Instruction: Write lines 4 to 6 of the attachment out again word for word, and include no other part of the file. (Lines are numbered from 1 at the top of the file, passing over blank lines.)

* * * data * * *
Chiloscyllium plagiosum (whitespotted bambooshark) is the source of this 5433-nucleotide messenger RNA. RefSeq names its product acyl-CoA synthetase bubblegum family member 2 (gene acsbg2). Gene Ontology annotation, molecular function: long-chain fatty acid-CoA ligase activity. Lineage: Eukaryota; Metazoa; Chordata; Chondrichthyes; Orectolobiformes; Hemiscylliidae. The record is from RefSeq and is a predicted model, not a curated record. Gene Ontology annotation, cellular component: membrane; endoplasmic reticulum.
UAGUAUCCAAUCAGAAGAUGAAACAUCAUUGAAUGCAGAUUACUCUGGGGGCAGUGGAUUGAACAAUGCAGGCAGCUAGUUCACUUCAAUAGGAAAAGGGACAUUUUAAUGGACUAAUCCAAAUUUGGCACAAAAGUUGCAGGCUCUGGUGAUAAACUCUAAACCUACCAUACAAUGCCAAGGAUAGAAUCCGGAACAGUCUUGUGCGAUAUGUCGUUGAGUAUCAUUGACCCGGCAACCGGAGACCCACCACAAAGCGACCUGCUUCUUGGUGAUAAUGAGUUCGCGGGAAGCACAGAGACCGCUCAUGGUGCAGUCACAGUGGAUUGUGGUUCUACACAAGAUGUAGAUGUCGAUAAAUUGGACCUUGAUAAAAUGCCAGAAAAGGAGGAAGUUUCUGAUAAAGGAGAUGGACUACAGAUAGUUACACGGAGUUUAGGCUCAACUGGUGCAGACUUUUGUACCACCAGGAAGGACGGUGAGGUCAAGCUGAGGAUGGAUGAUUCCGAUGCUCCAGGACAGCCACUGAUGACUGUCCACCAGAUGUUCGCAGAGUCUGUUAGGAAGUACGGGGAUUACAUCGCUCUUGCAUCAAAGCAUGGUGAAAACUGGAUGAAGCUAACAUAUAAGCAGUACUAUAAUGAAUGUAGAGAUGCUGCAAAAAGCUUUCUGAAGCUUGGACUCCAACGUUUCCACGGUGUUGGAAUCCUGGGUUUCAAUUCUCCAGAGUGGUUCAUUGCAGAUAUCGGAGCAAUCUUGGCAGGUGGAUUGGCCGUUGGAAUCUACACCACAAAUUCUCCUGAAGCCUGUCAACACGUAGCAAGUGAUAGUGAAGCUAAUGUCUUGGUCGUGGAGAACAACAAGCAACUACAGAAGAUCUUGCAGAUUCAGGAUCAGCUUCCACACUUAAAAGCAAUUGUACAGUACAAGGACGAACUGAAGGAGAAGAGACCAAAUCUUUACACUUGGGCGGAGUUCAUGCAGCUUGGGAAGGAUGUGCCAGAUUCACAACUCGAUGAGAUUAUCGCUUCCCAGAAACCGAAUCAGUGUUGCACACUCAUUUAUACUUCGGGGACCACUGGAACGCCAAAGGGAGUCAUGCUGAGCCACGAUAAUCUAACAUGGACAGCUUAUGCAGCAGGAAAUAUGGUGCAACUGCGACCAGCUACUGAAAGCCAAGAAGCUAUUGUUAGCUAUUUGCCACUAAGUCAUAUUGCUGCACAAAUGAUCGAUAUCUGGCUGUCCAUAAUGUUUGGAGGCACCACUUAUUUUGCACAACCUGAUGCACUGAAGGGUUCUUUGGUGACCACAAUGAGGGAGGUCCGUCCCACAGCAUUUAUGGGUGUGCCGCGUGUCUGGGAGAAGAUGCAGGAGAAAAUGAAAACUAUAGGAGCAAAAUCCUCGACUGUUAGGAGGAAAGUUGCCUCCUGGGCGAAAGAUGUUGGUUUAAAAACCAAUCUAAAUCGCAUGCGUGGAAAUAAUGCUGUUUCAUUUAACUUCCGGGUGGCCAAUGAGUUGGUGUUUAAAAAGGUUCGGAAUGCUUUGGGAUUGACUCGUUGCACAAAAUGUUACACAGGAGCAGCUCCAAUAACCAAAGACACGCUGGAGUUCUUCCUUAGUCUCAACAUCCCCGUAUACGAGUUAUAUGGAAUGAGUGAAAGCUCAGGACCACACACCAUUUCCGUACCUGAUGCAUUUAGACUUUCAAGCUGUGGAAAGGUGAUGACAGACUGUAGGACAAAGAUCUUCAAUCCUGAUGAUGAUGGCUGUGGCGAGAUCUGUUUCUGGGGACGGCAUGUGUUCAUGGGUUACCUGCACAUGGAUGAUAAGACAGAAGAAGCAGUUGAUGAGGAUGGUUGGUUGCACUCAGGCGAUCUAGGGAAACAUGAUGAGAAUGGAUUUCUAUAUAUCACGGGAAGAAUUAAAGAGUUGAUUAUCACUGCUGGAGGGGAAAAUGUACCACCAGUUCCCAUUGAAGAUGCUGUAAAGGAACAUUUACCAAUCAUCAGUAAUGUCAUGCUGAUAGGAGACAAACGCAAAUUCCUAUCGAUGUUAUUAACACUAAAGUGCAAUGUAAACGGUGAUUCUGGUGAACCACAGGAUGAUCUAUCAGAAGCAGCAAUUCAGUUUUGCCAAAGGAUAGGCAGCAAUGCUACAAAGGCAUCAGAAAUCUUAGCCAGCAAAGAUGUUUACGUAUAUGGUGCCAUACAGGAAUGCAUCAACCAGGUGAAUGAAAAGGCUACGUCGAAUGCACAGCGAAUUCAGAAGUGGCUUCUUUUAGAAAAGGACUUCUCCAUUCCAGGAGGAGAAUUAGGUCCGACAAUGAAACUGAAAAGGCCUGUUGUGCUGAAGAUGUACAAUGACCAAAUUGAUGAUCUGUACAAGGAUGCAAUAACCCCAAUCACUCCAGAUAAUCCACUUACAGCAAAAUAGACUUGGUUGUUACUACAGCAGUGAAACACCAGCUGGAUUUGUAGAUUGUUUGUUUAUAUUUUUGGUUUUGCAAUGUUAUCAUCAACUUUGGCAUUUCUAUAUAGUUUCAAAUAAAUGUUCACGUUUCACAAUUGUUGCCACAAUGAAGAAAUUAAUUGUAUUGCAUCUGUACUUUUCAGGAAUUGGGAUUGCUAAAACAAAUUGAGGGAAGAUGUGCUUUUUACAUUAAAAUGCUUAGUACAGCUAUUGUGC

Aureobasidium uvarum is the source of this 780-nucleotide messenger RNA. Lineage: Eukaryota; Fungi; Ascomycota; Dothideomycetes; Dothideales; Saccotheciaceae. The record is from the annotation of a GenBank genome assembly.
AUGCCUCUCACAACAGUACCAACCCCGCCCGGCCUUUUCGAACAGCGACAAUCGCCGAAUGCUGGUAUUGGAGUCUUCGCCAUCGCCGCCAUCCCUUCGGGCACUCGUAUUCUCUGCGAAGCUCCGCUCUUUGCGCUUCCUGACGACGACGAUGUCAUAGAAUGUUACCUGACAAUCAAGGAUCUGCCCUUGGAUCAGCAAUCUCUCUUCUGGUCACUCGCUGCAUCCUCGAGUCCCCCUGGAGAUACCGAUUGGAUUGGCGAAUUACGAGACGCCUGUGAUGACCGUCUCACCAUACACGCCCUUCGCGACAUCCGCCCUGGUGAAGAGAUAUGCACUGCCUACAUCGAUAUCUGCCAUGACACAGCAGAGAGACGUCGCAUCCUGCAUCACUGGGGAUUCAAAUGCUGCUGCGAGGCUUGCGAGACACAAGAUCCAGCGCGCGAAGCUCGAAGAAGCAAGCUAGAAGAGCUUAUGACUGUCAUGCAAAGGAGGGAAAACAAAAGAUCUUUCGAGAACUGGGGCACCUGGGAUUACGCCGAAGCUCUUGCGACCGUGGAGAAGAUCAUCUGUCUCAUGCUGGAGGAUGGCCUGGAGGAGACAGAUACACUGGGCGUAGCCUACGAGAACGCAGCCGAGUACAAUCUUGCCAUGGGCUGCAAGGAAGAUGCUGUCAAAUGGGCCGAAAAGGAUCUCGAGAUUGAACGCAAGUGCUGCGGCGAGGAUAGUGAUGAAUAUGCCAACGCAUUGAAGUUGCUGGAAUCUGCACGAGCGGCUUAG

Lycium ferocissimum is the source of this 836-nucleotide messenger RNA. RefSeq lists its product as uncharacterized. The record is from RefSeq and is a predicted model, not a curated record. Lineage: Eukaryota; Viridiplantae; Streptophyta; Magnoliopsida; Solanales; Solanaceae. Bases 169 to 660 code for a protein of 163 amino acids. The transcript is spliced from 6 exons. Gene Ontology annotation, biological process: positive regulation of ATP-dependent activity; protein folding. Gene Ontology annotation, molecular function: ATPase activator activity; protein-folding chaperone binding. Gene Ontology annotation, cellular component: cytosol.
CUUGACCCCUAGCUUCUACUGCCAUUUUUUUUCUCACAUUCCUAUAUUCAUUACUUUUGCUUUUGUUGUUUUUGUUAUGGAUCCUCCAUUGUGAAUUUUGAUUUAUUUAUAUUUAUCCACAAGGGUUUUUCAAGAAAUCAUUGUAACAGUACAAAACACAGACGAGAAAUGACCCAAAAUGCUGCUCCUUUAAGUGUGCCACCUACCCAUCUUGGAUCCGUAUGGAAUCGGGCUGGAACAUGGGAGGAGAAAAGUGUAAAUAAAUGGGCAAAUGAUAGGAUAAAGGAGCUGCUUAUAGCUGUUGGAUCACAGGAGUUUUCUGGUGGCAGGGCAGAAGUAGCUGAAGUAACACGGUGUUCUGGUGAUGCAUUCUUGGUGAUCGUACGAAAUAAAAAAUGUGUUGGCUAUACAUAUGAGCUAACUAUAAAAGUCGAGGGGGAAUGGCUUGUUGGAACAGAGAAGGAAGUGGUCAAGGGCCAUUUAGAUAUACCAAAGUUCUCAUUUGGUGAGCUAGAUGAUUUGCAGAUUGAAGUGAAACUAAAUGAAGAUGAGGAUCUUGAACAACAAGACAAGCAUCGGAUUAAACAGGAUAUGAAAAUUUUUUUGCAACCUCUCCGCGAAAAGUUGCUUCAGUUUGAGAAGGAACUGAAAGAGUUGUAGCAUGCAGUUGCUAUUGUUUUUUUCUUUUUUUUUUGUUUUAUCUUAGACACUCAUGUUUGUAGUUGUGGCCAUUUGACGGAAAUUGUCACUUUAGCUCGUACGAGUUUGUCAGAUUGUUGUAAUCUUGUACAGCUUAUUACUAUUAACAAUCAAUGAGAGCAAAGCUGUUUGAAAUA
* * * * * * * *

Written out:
AUGCCUCUCACAACAGUACCAACCCCGCCCGGCCUUUUCGAACAGCGACAAUCGCCGAAUGCUGGUAUUGGAGUCUUCGCCAUCGCCGCCAUCCCUUCGGGCACUCGUAUUCUCUGCGAAGCUCCGCUCUUUGCGCUUCCUGACGACGACGAUGUCAUAGAAUGUUACCUGACAAUCAAGGAUCUGCCCUUGGAUCAGCAAUCUCUCUUCUGGUCACUCGCUGCAUCCUCGAGUCCCCCUGGAGAUACCGAUUGGAUUGGCGAAUUACGAGACGCCUGUGAUGACCGUCUCACCAUACACGCCCUUCGCGACAUCCGCCCUGGUGAAGAGAUAUGCACUGCCUACAUCGAUAUCUGCCAUGACACAGCAGAGAGACGUCGCAUCCUGCAUCACUGGGGAUUCAAAUGCUGCUGCGAGGCUUGCGAGACACAAGAUCCAGCGCGCGAAGCUCGAAGAAGCAAGCUAGAAGAGCUUAUGACUGUCAUGCAAAGGAGGGAAAACAAAAGAUCUUUCGAGAACUGGGGCACCUGGGAUUACGCCGAAGCUCUUGCGACCGUGGAGAAGAUCAUCUGUCUCAUGCUGGAGGAUGGCCUGGAGGAGACAGAUACACUGGGCGUAGCCUACGAGAACGCAGCCGAGUACAAUCUUGCCAUGGGCUGCAAGGAAGAUGCUGUCAAAUGGGCCGAAAAGGAUCUCGAGAUUGAACGCAAGUGCUGCGGCGAGGAUAGUGAUGAAUAUGCCAACGCAUUGAAGUUGCUGGAAUCUGCACGAGCGGCUUAG

Lycium ferocissimum is the source of this 836-nucleotide messenger RNA. RefSeq lists its product as uncharacterized. The record is from RefSeq and is a predicted model, not a curated record. Lineage: Eukaryota; Viridiplantae; Streptophyta; Magnoliopsida; Solanales; Solanaceae. Bases 169 to 660 code for a protein of 163 amino acids. The transcript is spliced from 6 exons. Gene Ontology annotation, biological process: positive regulation of ATP-dependent activity; protein folding. Gene Ontology annotation, molecular function: ATPase activator activity; protein-folding chaperone binding. Gene Ontology annotation, cellular component: cytosol.
CUUGACCCCUAGCUUCUACUGCCAUUUUUUUUCUCACAUUCCUAUAUUCAUUACUUUUGCUUUUGUUGUUUUUGUUAUGGAUCCUCCAUUGUGAAUUUUGAUUUAUUUAUAUUUAUCCACAAGGGUUUUUCAAGAAAUCAUUGUAACAGUACAAAACACAGACGAGAAAUGACCCAAAAUGCUGCUCCUUUAAGUGUGCCACCUACCCAUCUUGGAUCCGUAUGGAAUCGGGCUGGAACAUGGGAGGAGAAAAGUGUAAAUAAAUGGGCAAAUGAUAGGAUAAAGGAGCUGCUUAUAGCUGUUGGAUCACAGGAGUUUUCUGGUGGCAGGGCAGAAGUAGCUGAAGUAACACGGUGUUCUGGUGAUGCAUUCUUGGUGAUCGUACGAAAUAAAAAAUGUGUUGGCUAUACAUAUGAGCUAACUAUAAAAGUCGAGGGGGAAUGGCUUGUUGGAACAGAGAAGGAAGUGGUCAAGGGCCAUUUAGAUAUACCAAAGUUCUCAUUUGGUGAGCUAGAUGAUUUGCAGAUUGAAGUGAAACUAAAUGAAGAUGAGGAUCUUGAACAACAAGACAAGCAUCGGAUUAAACAGGAUAUGAAAAUUUUUUUGCAACCUCUCCGCGAAAAGUUGCUUCAGUUUGAGAAGGAACUGAAAGAGUUGUAGCAUGCAGUUGCUAUUGUUUUUUUCUUUUUUUUUUGUUUUAUCUUAGACACUCAUGUUUGUAGUUGUGGCCAUUUGACGGAAAUUGUCACUUUAGCUCGUACGAGUUUGUCAGAUUGUUGUAAUCUUGUACAGCUUAUUACUAUUAACAAUCAAUGAGAGCAAAGCUGUUUGAAAUA